How Sweet It Is

by Stephen Hunt

A classic Tom Petty and the Heartbreakers tune from 1981 states, “The waiting is the hardest part.” It’s a mantra Texas Rangers fans once knew well as they waited 51 years since the team arrived in Arlington in 1972 as the former Washington Senators or over 7,600 regular season and playoff games to finally see their beloved team reach the top of the baseball mountain and win their first World Series.
​The Rangers’ 2023 run to championship glory was as compelling as it was unexpected, making them the first Dallas-area team to host a victory parade, a spirited event attended by thousands on Friday, November 3, one where people started lining up for a great spot to catch a glimpse of their conquering heroes the night before, since the Dallas Mavericks of the National Basketball Association (NBA) paraded their Lawrence O’Brien trophy through downtown Dallas in 2011.
 Seeing the Rangers and their die-hard fans, many of whom have not only sat through their share of bad baseball over the years, many games played in the searing summer Texas heat at the team’s first two outdoor homes of Arlington Stadium and Globe Life Park before they moved indoors to the climate-controlled Globe Life Field in 2020, finally taste what it’s like to win a Fall Classic was truly heartwarming, to say the least. No longer are the Rangers among the Major League Baseball franchises yet to win a World Series. Now, that group only includes the Colorado Rockies, Milwaukee Brewers, San Diego Padres, Seattle Mariners, the only franchise yet to reach a Fall Classic, and Tampa Bay Rays.
​So, maybe I’m biased because, since 2017, I have worked on the Rangers home television broadcast as a statistician. Basically, I get paid to watch baseball around 80 nights a year, a gig where I feed pertinent information like pinch hitters, defensive changes, new pitchers, and pitchers warming up in the bullpen to both the broadcasters and to the TV truck while occasionally offering my own tidbits to the broadcast which are relevant.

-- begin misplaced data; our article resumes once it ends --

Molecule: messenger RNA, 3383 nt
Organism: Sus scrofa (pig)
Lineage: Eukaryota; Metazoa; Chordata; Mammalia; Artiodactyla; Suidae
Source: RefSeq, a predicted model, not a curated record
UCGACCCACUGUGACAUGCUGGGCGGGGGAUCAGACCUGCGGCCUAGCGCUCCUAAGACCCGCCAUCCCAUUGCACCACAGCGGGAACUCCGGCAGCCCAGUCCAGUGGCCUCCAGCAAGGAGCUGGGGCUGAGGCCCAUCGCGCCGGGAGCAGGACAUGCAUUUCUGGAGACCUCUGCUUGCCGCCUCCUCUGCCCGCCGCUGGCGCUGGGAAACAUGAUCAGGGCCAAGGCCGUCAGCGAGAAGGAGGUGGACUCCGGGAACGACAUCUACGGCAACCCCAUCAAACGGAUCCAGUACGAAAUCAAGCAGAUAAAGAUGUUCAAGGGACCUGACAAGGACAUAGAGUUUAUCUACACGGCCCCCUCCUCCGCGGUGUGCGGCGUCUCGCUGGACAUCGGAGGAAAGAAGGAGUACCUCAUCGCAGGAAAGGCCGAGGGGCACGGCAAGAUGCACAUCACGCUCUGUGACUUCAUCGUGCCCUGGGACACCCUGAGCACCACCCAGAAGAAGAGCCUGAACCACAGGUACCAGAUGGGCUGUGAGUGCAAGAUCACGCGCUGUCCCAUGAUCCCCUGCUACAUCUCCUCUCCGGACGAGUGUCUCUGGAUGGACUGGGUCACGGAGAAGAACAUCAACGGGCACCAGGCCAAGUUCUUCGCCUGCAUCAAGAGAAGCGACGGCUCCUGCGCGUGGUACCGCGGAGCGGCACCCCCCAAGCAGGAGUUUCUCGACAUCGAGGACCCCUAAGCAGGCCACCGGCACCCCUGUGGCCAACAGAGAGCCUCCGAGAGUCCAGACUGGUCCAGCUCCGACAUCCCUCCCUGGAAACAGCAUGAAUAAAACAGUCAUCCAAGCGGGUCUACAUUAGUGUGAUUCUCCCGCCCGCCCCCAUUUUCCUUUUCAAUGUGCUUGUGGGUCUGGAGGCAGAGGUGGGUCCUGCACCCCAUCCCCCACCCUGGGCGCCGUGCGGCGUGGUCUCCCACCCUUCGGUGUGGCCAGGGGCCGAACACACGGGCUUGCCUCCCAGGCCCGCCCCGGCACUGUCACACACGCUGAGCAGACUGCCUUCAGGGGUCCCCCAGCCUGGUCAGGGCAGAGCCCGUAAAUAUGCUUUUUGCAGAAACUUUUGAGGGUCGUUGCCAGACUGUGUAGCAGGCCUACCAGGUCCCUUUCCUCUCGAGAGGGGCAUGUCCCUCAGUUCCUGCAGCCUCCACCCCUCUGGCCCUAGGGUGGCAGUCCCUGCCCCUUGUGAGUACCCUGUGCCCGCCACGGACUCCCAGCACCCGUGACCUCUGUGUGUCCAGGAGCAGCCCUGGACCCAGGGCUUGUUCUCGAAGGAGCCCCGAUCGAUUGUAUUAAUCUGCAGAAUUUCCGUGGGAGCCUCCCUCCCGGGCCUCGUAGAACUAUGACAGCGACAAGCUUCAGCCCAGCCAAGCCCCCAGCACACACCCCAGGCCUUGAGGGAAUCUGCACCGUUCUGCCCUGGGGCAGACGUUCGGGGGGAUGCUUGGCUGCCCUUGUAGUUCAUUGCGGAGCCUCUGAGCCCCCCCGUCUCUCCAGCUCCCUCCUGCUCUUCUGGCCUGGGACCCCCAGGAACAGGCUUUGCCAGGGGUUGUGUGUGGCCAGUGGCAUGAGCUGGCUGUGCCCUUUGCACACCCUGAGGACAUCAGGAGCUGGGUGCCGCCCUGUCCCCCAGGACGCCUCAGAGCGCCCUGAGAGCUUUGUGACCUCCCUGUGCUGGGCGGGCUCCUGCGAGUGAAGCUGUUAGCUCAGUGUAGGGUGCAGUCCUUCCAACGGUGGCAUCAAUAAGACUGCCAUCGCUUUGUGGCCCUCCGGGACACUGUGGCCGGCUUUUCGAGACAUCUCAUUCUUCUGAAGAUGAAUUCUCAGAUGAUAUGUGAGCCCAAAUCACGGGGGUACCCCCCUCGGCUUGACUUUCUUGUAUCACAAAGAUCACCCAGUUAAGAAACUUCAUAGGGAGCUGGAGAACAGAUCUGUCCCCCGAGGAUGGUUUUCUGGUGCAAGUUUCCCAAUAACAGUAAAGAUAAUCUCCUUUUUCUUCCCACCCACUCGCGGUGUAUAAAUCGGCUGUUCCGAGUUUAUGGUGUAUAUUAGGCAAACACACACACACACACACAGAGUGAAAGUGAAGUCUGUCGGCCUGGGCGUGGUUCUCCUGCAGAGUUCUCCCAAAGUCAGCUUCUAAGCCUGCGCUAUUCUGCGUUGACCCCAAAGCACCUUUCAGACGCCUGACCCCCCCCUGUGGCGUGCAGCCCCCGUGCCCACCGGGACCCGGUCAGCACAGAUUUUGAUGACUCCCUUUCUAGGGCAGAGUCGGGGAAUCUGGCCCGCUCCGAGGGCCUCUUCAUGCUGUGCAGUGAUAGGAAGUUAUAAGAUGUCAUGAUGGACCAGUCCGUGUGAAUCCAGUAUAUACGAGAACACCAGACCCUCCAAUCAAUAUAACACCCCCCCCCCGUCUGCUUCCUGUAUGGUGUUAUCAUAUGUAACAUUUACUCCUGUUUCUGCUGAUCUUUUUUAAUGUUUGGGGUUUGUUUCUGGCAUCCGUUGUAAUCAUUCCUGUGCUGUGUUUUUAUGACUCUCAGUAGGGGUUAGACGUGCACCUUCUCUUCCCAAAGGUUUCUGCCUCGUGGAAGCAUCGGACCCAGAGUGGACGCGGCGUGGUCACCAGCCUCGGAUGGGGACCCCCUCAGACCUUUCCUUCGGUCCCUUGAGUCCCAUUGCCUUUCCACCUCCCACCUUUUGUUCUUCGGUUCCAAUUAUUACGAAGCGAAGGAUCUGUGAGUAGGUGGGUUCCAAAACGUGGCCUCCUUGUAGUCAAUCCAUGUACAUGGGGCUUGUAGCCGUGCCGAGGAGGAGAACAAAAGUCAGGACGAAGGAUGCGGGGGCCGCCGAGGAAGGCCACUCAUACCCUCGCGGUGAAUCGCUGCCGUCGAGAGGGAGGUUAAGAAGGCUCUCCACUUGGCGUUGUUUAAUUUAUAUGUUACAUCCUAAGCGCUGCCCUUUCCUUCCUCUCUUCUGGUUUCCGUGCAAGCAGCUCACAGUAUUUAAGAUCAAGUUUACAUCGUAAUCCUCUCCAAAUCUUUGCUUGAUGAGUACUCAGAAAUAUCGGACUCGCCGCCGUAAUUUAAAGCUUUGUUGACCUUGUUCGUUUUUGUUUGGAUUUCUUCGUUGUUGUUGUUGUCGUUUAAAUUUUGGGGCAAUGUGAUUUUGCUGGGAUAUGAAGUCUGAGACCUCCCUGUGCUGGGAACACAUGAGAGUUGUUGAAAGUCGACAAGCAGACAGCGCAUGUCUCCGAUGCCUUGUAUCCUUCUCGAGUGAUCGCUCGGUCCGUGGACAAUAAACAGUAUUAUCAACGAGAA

It’s a job which I one, never knew existed when I became a baseball fan at age nine, adopting the Kansas City (KC) Royals as my team for two reasons. One, my mom is a KC native, and my family would travel there often, and two, the Royals were one of three teams, along with the Rangers and the St. Louis Cardinals, closest to my hometown of Tulsa, Oklahoma. In fact, Tulsa was home to the Rangers’ Double-A minor league affiliate in the Texas League, the Drillers, for many years, and I got to see future Ranger stars like Juan Gonzalez, Ivan “Pudge” Rodriguez, and Sammy Sosa pass through on their way to the show.  
​My first taste of sports heartbreak came in 1980 as I watched the Royals lose in the World Series to the Philadelphia Phillies. The following year, my dad, as big of a baseball fan as I was, and I attended our first big-league game as the New York Yankees played in Kansas City at Royals Stadium. That landmark day in my young life was preceded by an interesting scene at the Yankees hotel.